Incriminating Poetry: The Case of Dareen Tatour

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11 October 2016

Incriminating Poetry: The Case of  Dareen Tatour 

On 11 October 2015, Dareen Tatour was arrested in Reineh near Nazareth. She was subsequently indicted at the Israeli Magistrate Court in Nazareth on 02 November 2016. She has been charged with “incitement to violence” (under article 144(d)2 of the Penal Code of 1977) and with “support for a terrorist organization” (under articles 4(b) and (g) of the Prevention of Terror Ordinance of 1948) in relation to Facebook and Youtube posts, as well as her poetry. She has been placed under house arrest until the end of trial proceedings. Under condition of her release on bail, she was initially banned from her home village of Reineh. She was in Tel Aviv under the supervision of two guards and with an electronic device on her ankle, and was prohibited from internet usage. As of July 2016, she was permitted to serve her house arrest in her family home in Reineh. 

Legal Analysis

The indictment alleges to connect Dareen Tatour with incitement through Facebook and Youtube posts which purportedly express praise, sympathy, and calls for “support of a terrorist organization.” The indictment uses these allegations rather broadly and does not specify the ways in which Dareen actually provided support to a terrorist organization.

Incriminating Poetry and Facebook

The indictment (section 5) refers to a poem attributed to Dareen, in entitled in Arabic “Resist, my people, resist”[1]. The poem makes references to settler colonialism of Palestine, the extrajudicial execution of Hadil Hashlamon by Israeli forces, the live burning of Palestinian  children (likely referring to Mohammad Abu Khdeir and 18 month Ali Dawabshe). Paragraph B-2 of the indictment states that “As of 11 October 2015 the accused’s Facebook account had 4,731 users which are defined as ‘friends’.” It has become common practice that such information is mentioned by prosecution, both within Israeli civil courts and military courts in the occupied territories. Such statistical data is routinely mentioned in the absence of direct evidence to suggest that posts by accused Palestinian individuals were in fact linked to acts of violence. They are arguably used in attempt to exaggerate the effects of the social media posts with the provision of irrelevant data.

The indictment alleges that Dareen posted a Facebook post that encouraged intifada. Additionally, the indictment refers to a post with the image of Isra’a Abed from Nazareth, who was shot at Afula bus station by Israeli guards. The police witness in the court referred to Isra’a as a terrorist – Isra’a however, was not convicted of any charges relating to carrying out an attack. In their dissemination, the images in fact came to symbolize the extrajudicial shootings of Palestinians in the absence of evidence that they are posing a viable threat.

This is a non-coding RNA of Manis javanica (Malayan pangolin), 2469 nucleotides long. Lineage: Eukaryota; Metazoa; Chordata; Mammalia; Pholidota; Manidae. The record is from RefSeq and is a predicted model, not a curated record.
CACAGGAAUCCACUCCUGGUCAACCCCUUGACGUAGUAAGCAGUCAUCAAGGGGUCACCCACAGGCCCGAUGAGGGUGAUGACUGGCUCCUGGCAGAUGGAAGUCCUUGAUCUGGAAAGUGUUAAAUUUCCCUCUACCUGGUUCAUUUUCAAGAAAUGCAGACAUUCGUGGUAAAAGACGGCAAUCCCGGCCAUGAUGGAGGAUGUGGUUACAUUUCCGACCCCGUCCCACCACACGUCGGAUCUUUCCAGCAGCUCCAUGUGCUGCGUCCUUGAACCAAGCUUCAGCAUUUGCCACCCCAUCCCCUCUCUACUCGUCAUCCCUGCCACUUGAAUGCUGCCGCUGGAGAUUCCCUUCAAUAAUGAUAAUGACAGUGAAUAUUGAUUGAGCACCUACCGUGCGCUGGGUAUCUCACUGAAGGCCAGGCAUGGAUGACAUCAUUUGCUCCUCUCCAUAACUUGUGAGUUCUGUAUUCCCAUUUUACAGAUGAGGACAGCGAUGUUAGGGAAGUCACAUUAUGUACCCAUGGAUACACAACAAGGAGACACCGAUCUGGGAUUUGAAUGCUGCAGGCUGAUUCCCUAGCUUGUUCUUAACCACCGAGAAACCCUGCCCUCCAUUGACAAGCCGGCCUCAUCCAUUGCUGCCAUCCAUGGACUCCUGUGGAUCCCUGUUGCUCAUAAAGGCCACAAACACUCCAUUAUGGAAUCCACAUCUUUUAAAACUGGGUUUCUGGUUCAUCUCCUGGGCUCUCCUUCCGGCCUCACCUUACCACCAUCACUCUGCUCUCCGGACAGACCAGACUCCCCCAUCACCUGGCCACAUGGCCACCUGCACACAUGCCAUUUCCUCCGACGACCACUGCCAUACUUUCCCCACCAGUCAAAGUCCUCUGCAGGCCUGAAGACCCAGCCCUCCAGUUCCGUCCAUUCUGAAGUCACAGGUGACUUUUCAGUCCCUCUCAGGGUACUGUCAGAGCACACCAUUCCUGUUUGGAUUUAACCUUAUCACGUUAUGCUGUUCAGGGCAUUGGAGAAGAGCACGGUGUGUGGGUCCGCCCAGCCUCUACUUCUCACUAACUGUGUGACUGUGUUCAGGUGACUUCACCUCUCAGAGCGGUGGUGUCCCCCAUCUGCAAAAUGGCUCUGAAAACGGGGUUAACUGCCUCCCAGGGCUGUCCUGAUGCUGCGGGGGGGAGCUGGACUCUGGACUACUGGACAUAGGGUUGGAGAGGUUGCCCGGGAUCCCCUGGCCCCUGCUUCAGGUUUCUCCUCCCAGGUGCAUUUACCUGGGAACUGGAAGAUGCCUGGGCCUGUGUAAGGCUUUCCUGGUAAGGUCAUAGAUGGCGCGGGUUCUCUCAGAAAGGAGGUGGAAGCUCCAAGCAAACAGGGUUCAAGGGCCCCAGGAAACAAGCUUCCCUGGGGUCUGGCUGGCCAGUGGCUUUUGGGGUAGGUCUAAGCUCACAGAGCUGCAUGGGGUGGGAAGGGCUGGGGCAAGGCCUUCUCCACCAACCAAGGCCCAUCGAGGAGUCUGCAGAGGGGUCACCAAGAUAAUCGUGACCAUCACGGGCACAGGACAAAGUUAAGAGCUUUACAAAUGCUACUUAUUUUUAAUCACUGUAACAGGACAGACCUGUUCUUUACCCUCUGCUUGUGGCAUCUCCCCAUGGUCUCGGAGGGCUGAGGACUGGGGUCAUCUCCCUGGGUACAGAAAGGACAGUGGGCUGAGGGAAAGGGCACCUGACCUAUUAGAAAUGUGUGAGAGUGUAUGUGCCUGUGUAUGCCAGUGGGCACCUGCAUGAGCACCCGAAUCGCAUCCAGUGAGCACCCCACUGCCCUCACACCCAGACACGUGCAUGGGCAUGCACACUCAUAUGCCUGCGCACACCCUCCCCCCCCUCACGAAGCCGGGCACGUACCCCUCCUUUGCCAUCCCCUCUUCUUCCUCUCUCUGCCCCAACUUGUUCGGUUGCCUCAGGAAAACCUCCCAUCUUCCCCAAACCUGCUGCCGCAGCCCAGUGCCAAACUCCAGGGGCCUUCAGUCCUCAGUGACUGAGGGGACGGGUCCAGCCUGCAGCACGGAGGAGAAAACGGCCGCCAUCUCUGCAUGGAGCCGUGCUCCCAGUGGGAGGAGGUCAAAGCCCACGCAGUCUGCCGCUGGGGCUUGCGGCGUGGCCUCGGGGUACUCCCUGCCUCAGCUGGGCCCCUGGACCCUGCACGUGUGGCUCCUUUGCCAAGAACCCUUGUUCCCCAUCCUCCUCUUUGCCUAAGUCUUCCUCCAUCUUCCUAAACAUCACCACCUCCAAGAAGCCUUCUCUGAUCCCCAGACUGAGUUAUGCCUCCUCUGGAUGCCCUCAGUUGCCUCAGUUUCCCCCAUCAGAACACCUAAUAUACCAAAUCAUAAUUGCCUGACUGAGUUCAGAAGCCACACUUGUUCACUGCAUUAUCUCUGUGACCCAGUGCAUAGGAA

The indictment also refers to a profile picture with the caption “I am the next martyr” which was widely circulated by Palestinians following the live burning of Muhammad Abu Khdeir and extrajudicial executions by Israeli police forces. In the court trial, the prosecution also alleges that Dareen read a poem to commemorate the 49 victims of a massacre of Kafr Qasim in 1956, as well a poem on a Women’s Day event in Nazareth.

International Law

In the charges against Dareen for her poetry and expression, the indictment severely disregards her internationally recognized human right of expression. Article 19 of the Universal Declaration of Human Rights states that “Everyone has the right to freedom of opinion and expression; this right includes freedom to hold opinions without interference and to seek, receive and impart information and ideas through any media and regardless of frontiers.” Article 19(1) of the International Covenant on Civil and Political Rights states that “Everyone shall have the right to hold opinions without interference.” Article 19 (2) also states that: “Everyone shall have the right to freedom of expression; this right shall include freedom to seek, receive and impart information and ideas of all kinds, regardless of frontiers, either orally, in writing or in print, in the form of art, or through any other media of his choice.” Although Freedom of Opinion and Expression is guaranteed under these international human rights conventions, the Israeli authorities continue to violate these internationally codified rights through the criminalization of Palestinian expression through social media outlets. The arrest and detention of Dareen and other Palestinians take place in the context of collective punishment, punitive measures and repression of Palestinians.